HOLLYWOOD — Something has happened to the U.S. that has been unthinkable for well-nigh 50 years: The country is no longer at the top of the rankings in just about any competitive category you care to think of.

The dollar is no longer the currency of choice in the world, our schools are no longer the envy of the world, our roads and bridges are dilapidated, our stem cell research is way behind even Korea.

As former Polish prime minister Lech Walesa put it recently in a Wall Street Journal article, “America is a military and economic superpower but not morally or politically anymore.”

The only categories where the U.S. still outshines all other countries are military might — and moviemaking magic.

Hollywood still boasts the only industrial machine that consistently turns out product that disparate people in distant lands — regardless of their politics or cultural predilections — readily embrace.

Bollywood may churn out four times as many movies each year as Tinseltown does, but no one outside India, other than Indian ex-pats, lines up to see these musicalized serials. Egyptian movies do play across the Mideast, but that’s because other Arab countries turn out so few themselves; Hong Kong actioners have a following in Europe and America, but it’s mainly limited to a narrow swathe of young males.

The really big question is: If America no longer is considered a moral authority or a cultural beacon, might that eventually mean shorter lines for Yank pics at overseas moviehouses?

So far, that doesn’t seem to be the case.

There’s been no well-orchestrated or sustained boycott of American movie product anywhere in the world.”Nor do I think there will be,” one studio exec told me last week. “They may hate our politics, or our government, but they love our movies,” he insists.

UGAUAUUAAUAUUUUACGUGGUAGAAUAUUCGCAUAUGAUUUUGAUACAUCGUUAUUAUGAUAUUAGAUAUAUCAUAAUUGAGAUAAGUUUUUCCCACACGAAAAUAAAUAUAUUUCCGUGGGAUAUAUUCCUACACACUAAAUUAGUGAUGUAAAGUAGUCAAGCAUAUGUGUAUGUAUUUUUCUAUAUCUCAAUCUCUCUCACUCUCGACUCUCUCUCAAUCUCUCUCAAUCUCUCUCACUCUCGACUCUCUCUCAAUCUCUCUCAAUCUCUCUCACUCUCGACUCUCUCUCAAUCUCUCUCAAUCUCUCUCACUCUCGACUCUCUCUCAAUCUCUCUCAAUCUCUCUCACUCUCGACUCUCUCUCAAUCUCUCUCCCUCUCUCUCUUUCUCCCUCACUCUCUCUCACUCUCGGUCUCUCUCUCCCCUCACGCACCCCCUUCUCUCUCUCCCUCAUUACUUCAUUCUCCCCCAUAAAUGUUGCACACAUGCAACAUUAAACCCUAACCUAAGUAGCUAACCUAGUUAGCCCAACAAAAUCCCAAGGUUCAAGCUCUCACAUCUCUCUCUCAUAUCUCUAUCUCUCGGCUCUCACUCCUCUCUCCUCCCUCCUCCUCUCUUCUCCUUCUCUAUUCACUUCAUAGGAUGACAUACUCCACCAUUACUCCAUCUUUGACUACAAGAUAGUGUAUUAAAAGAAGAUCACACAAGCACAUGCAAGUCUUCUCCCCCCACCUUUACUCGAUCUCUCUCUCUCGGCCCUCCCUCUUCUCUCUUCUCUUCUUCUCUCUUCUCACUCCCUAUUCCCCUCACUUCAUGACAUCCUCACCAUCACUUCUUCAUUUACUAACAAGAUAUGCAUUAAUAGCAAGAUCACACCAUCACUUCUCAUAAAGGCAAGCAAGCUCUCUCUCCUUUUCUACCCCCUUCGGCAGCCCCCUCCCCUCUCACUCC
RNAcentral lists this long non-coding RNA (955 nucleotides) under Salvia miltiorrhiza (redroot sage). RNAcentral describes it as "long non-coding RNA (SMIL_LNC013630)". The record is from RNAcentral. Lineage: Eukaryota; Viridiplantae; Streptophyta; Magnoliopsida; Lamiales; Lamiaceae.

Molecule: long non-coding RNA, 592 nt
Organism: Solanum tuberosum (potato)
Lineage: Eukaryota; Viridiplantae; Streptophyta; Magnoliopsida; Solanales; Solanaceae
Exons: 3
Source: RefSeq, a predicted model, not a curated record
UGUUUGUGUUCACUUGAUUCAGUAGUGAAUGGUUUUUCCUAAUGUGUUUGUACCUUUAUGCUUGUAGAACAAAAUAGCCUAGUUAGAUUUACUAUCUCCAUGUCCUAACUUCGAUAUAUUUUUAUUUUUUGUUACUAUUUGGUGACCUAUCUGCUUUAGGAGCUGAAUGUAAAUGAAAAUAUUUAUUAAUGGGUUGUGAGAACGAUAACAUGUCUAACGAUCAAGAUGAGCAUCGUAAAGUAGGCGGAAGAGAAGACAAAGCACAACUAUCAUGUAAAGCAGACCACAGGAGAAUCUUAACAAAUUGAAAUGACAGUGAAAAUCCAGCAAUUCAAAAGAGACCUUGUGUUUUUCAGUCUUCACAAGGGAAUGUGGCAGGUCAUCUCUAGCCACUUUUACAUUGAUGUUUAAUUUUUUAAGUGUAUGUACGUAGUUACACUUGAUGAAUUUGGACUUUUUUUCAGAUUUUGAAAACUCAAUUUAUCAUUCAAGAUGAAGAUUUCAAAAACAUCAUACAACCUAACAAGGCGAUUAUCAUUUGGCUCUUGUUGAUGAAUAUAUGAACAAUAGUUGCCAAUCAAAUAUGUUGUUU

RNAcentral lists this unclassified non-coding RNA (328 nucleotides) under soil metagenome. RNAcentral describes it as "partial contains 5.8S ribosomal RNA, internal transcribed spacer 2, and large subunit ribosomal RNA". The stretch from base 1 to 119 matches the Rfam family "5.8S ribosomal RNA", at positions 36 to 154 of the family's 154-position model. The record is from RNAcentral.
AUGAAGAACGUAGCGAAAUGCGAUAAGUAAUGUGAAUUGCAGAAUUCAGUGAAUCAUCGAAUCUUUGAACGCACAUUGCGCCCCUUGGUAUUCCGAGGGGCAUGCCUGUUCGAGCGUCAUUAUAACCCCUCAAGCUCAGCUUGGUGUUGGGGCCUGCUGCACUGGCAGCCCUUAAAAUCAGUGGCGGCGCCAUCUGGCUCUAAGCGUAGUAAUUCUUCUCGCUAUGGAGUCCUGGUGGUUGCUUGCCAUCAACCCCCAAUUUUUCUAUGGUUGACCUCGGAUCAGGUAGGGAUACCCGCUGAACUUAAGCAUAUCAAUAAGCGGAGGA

Indeed, while all cultures relish their homegrown entertainment, they all also relate to universal themes and strong characters like those that inhabit “Lord of the Rings” and “Harry Potter,” the Shreks, Nemos and Spideys.

Still, there’s no reason to be complacent.

Hollywood’s popcorn fare appeals principally to teenagers, but it has lost its touch with adult-themed movies. With an aging population in Europe, Japan and in the U.S. increasingly hungry for grown-up fare, there’s an opening for other filmmakers to step into the breach.

The European Union may not yet have a shared vision across its 25 distinct countries, linguistic and cultural groups, but that may develop over the next few years. One or more of the strong local moviemaking traditions within specific European territories may become dominant and begin to appeal across borders.

And a European film industry could eventually start challenging U.S. dominance at the wickets.

In China, too, change is afoot. Despite the best efforts of authorities there to keep the lid on, the culture is in ferment.

It’s only a matter of time before the most populous and increasingly dynamic country in the world manages to get its own dream machine in gear.